Orange Bulldozer in Landfill

Traditional Landfill

The Environmental Protection Agency is promoting ways to reduce, prevent and divert wasted food. Food waste is a big problem. There are a number of benefits to diverting food waste from landfills. One, it reduces the methane produced (can you say global warming?). The EPA cites landfills as accounting for more than 20% of all methane emissions. Second, you don’t waste all those resources that go into making our food (planes, trains and automobiles, water, energy, etc), by throwing it away. (Eating local can reduce some of these resources further!!) Third, we can increase soil fertility by creating soil amendments through composting, rather than creating greenhouse gases. Composting food waste is a better option than landfills. Fourth, we can improve our environment and health by not storing food waste in garbage barrels, alleys, dumpsters. Keep our alleys clean and critter free, right?

Food waste from Cedar Rapids and Marion Wal-Mart and Sam's Club stores will be worked into yard waste and composted at the Solid Waste Agency's compost site at the Site 1 landfill on Thursday, Sept. 8, 2011, in Cedar Rapids. (Liz Martin/SourceMedia Group News)

Food waste from Cedar Rapids and Marion Wal-Mart and Sam’s Club stores will be worked into yard waste and composted at the Solid Waste Agency’s compost site at the Site 1 landfill on Thursday, Sept. 8, 2011, in Cedar Rapids. (Liz Martin/SourceMedia Group News)

So, with that said, some places, cities and towns, are looking at ways to divert our food waste and put it to better use. If you’ve ever read The Town that Food Saved: How one town found vitality in local food, by Ben Hewitt, you know there are some great things happening with regard to this topic.  

So, what are we doing locally? In my humble opinion, not enough yet. There are some commercial kitchens that divert a percentage of their food waste, either through the feeding of livestock or composting. There are some options for composting through sanitation businesses. With the increasing popularity of urban farming, home compost piles are on the rise. But there is more to be done.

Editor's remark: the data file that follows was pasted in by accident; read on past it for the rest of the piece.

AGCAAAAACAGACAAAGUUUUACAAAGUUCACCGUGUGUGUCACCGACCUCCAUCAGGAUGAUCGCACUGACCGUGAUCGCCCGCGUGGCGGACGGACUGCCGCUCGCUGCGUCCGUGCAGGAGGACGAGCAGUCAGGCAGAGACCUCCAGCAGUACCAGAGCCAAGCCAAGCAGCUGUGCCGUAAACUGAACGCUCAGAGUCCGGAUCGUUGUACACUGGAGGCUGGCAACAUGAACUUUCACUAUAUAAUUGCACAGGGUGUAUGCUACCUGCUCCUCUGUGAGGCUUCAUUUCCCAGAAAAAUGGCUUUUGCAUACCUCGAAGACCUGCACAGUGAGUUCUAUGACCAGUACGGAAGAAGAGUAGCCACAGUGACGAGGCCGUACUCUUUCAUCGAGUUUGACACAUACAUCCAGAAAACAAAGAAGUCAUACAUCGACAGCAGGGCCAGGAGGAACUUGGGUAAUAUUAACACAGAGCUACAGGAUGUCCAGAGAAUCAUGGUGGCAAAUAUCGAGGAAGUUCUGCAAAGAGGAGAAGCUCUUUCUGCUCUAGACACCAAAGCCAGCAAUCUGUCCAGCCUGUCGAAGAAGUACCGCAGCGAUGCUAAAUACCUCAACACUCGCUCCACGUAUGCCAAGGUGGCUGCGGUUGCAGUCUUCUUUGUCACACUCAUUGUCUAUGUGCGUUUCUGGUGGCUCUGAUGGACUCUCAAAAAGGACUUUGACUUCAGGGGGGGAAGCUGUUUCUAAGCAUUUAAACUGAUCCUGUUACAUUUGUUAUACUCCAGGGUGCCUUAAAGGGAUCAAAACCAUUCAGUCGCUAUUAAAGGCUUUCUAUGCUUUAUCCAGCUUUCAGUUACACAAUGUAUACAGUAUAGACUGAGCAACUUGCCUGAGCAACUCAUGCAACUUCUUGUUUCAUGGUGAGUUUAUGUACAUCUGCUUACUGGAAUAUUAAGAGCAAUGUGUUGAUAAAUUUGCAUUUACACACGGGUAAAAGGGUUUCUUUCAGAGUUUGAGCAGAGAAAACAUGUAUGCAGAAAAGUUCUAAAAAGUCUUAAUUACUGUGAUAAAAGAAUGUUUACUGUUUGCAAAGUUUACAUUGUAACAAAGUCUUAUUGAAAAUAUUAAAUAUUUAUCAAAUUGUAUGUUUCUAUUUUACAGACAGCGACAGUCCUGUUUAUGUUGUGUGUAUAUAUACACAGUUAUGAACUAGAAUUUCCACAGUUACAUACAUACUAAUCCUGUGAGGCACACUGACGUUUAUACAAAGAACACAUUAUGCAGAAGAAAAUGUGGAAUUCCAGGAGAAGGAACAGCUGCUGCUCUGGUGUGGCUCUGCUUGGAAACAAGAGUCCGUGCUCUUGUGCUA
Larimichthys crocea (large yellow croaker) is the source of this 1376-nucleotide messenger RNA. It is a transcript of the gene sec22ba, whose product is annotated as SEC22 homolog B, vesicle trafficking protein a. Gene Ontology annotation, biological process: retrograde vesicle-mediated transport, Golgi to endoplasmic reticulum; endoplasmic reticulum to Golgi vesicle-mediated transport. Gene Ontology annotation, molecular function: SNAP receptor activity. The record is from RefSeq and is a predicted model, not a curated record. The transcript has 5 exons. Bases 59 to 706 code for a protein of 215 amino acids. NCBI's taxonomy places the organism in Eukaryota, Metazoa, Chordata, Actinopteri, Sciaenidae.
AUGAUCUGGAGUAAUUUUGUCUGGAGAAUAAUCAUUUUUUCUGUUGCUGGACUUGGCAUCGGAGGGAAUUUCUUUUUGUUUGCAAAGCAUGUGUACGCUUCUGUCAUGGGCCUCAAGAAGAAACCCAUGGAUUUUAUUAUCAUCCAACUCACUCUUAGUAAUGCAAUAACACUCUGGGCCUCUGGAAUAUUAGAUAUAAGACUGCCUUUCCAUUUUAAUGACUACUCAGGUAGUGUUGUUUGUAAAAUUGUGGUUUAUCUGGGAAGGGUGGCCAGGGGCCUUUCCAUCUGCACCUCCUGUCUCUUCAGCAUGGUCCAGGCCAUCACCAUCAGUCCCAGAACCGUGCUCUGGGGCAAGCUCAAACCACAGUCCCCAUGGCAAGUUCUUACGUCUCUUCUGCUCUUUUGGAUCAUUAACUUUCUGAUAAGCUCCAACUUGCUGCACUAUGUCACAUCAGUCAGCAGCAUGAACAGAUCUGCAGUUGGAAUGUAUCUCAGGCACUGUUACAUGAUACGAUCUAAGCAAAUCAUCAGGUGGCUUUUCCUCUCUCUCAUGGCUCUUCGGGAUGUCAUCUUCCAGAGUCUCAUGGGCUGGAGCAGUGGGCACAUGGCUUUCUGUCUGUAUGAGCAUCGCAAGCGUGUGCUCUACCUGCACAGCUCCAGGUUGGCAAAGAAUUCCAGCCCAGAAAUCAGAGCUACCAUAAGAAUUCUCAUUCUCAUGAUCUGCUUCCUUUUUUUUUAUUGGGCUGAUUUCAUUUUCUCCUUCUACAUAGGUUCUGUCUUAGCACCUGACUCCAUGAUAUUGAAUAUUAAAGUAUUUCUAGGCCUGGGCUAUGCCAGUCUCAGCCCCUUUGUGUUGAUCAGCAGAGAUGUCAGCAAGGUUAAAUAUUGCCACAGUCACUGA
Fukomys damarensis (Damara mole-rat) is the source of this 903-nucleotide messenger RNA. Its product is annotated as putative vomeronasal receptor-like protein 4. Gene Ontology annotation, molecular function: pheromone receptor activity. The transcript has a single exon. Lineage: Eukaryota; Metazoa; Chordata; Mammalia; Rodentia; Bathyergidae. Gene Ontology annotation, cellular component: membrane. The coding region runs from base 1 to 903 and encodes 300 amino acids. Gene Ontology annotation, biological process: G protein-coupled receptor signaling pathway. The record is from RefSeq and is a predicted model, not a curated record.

That’s where The Growing Project comes in. They have a surbey live right now (please take it!!!!). They are researching the concept of developing community compost hubs throughout Fort Collins. They are in the process of gauging the need (I’d say it’s there) and the interest from the community.

A preschool composting bin in Madison WI.

A preschool composting bin in Madison WI.

The basic concept is that homeowners across town will volunteer their land and time to manage a compost pile for their neighborhood. Folks will be able to drop off food waste and potentially receive finished compost for their gardens.

Sounds like a great idea, and a timely one! So, if you would take a minute of your time, I ask that you help out the great folks at TGP by filling out their survey here.

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Gathering rain…not yet

Photo from www.lid-stormwater.net

Photo from www.lid-stormwater.net

Maybe some of you were following the laws presented this year in Colorado to allow residents the ability to collect rainwater from their rooftops. It seemed like an obvious choice, allowing residents to collect water for gardens and landscaping, when we live in an arid climate where rain can avoid us for weeks on end. That’s not how the Senate saw it this month.

Collecting rainwater isn’t totally illegal in the State. In 2009 Senate Bill 09-080 passed allowing residents with wells to collect rainwater in the following manner: 
◾The property on which the collection takes place is residential property, and
◾The landowner uses a well, or is legally entitled to a well, for the water supply, and
◾The well is permitted for domestic uses according to section 37-92-602, C.R.S., and
◾There is no water supply available in the area from a municipality or water district, and
◾The rainwater is collected only from the roof, and
◾The water is used only for those uses that are allowed by, and identified on, the well permit.

All criteria has to be met to fall under the coverage.

In April 2015 the House signed a bill that would allow residents to collect up to 110 gallons to be utilized for outdoor use. The bill was approved 45-20 and bi-partisan support was evident in the Senate.

Fast forward to early May 2015, and the measure failed in the Senate, which would have allowed homeowners to use up to two 55 gallon rain barrels for collection. The oppositions worry, and the reason the ban on harvesting rainwater in the first place, is concern for those who hold water rights in the State. As Colorado is an allocation state, water is divided to share holders from Senior shareholders to newer. The concern is if residents divert water (in this case off rooftops into barrels), those shareholders could be impacted. Thus, violating Colorado water law which says that people can can use but cannot keep water that flows through their property. As a result, only those falling under the 2009 law can continue to collect rainwater under the above mentioned criteria.

Colorado faces unique water challenges given our climate and water laws. Conservation practices are crucial as is ensuring agriculture, homeowner’s and more have access to what they need while preserving the need for future use. If this is a topic that interests you, keep your eyes out for the introduction of similar bills in the future. Water harvesting will continue to be a perrenial issue in Colorado.   

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Happy Mother’s Day

My Mom

My Mom